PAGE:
Will Record Fine Cramp Google’s Style in Europe?

The European Commission on Tuesday walloped Google unit with a record 2.4 billion euros fine — about US$2.7 billion — for giving its own shopping comparison site preference above smaller competitors, and thus abusing its dominant position as a search engine.

Google must end the conduct within 90 days or face penalties of 5 percent of its average daily global revenue, the EC said.

Commissioner Margrethe Vestager, who is in charge of regulating competition, praised Google for its overall innovation, but said that Google’s actions were not limited to reasonable efforts to put out a better comparison shopping product than its rivals.

“Instead, Google abused its market dominance as a search engine by promoting its own comparison shopping service in its search results and demoting those of competitors,” she said. “What Google has done is illegal under EU antitrust rules. It denied other companies the chance to compete on the merits and to innovate.”

Consumers in the region were denied a genuine choice of services, Vestager added.

Froogle Flop

Google first entered its comparison shopping product in Europe in 2004 under the name “Froogle.” The Froogle service performed poorly, and Google changed its strategy in 2008, according to the EC, when it was renamed “Google Product Search.” It became “Google Shopping” in 2013.

When consumers searched for products starting in 2008, Google gave preference to its own comparison shopping tool in 13 European Economic Area countries, starting in Germany and the UK, according to the EC. Google demoted rival services based on certain algorithms, with even the leading rivals not appearing until page four of a Google search.

As a result, Google’s traffic surged in several countries — more than 45-fold in the UK and 35-fold in Germany.

Google expressed disagreement with the EC’s findings, and said it will consider a possible challenge to the ruling.

“When you shop online, you want to find the products you’re looking for quickly and easily and advertisers want to promote those same products.” said Google General Counsel Kent Walker.

“That’s why Google shows shopping ads, connecting our users with thousands of advertisers, large and small, in ways that are useful for both,” he added.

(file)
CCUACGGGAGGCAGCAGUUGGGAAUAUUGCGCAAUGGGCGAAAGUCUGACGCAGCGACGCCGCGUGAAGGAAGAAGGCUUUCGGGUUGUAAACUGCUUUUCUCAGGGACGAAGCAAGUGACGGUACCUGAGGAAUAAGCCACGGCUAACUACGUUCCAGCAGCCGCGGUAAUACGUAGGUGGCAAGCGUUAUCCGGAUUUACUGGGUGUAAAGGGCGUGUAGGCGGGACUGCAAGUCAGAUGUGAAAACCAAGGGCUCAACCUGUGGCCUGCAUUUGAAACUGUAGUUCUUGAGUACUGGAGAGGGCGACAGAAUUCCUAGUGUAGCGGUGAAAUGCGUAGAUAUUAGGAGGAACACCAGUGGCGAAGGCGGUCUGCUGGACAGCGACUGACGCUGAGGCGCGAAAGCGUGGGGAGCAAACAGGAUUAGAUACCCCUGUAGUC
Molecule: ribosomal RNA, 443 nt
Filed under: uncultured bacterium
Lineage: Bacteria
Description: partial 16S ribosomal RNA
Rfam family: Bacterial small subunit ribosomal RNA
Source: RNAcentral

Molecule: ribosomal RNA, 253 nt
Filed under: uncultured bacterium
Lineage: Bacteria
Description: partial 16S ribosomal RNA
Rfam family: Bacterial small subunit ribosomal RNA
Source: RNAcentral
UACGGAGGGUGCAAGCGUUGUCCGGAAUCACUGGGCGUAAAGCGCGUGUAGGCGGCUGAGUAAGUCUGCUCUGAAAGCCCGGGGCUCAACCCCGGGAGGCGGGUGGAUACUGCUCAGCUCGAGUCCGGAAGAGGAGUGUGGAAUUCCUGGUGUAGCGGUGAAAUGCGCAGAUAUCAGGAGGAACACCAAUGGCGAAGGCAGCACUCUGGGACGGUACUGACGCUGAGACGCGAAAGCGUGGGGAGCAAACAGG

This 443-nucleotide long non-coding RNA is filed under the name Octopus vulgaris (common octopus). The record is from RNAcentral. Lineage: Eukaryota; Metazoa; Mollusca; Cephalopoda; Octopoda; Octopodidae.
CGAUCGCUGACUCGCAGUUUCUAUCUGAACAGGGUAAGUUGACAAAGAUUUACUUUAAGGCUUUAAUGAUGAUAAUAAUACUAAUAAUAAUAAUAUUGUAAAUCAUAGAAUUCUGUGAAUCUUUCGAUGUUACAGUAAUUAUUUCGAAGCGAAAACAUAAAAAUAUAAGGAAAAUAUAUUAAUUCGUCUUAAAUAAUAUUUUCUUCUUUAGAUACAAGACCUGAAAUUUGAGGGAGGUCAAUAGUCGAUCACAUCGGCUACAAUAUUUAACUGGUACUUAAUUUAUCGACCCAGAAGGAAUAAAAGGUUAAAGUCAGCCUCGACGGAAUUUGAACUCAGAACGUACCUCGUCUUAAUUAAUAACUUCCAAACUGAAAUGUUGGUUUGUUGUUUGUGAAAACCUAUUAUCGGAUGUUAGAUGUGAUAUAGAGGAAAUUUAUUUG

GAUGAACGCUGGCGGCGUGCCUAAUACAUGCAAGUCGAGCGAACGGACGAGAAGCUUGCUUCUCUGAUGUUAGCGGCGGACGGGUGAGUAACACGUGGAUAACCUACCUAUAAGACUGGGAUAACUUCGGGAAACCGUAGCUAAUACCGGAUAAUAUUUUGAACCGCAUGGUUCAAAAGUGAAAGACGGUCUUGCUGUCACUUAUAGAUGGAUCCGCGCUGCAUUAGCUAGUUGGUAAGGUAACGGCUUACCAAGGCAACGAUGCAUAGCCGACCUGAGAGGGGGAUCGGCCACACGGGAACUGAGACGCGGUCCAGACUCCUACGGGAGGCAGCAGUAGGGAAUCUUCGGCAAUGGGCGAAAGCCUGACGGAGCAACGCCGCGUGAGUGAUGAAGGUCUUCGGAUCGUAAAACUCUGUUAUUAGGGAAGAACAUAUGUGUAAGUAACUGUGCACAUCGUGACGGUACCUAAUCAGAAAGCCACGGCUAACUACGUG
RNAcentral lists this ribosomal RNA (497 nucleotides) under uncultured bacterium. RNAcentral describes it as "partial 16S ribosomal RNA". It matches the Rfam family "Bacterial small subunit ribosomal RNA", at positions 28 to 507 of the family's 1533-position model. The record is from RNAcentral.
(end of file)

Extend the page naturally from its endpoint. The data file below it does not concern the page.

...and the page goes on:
“We respectfully disagree with the conclusions announced today,” said Walker. “We will review the Commission’s decision in detail as we consider an appeal, and we look forward to continuing to make our case.”

Rivals Rejoice

Although the decision is welcome, the end of Google’s anticompetitive search practices will be far more important than the fine levied against the company, remarked Shivaun Raff, CEO of Foundem, a UK-based vertical search company that led the complaint against Google.

“For well over a decade, Google’s search engine has played a decisive role in determining what most of us read, use and purchase online,” he said. “Left unchecked there are few limits to this gatekeeper power.”

Google in 2013 settled a separate case with the U.S. Federal Trade Commission, after it accused the company of biasing search results in tablet, smartphone and gaming devices.

The EC ruling is significant, because it could impact the way Google conducts business not just within the EU but in other regions of the world, noted Michael Jude, a research manager at Stratecast/Frost & Sullivan.

However, this decision isn’t likely to change the competitive landscape very much, he told the E-Commerce Times.

Google will continue to dominate and raise prices for all players in the region, Jude said. “Think of this as a new tax.”

David Jones is a freelance writer based in Essex County, New Jersey. He has written for Reuters, Bloomberg, Crain's New York Business and The New York Times.

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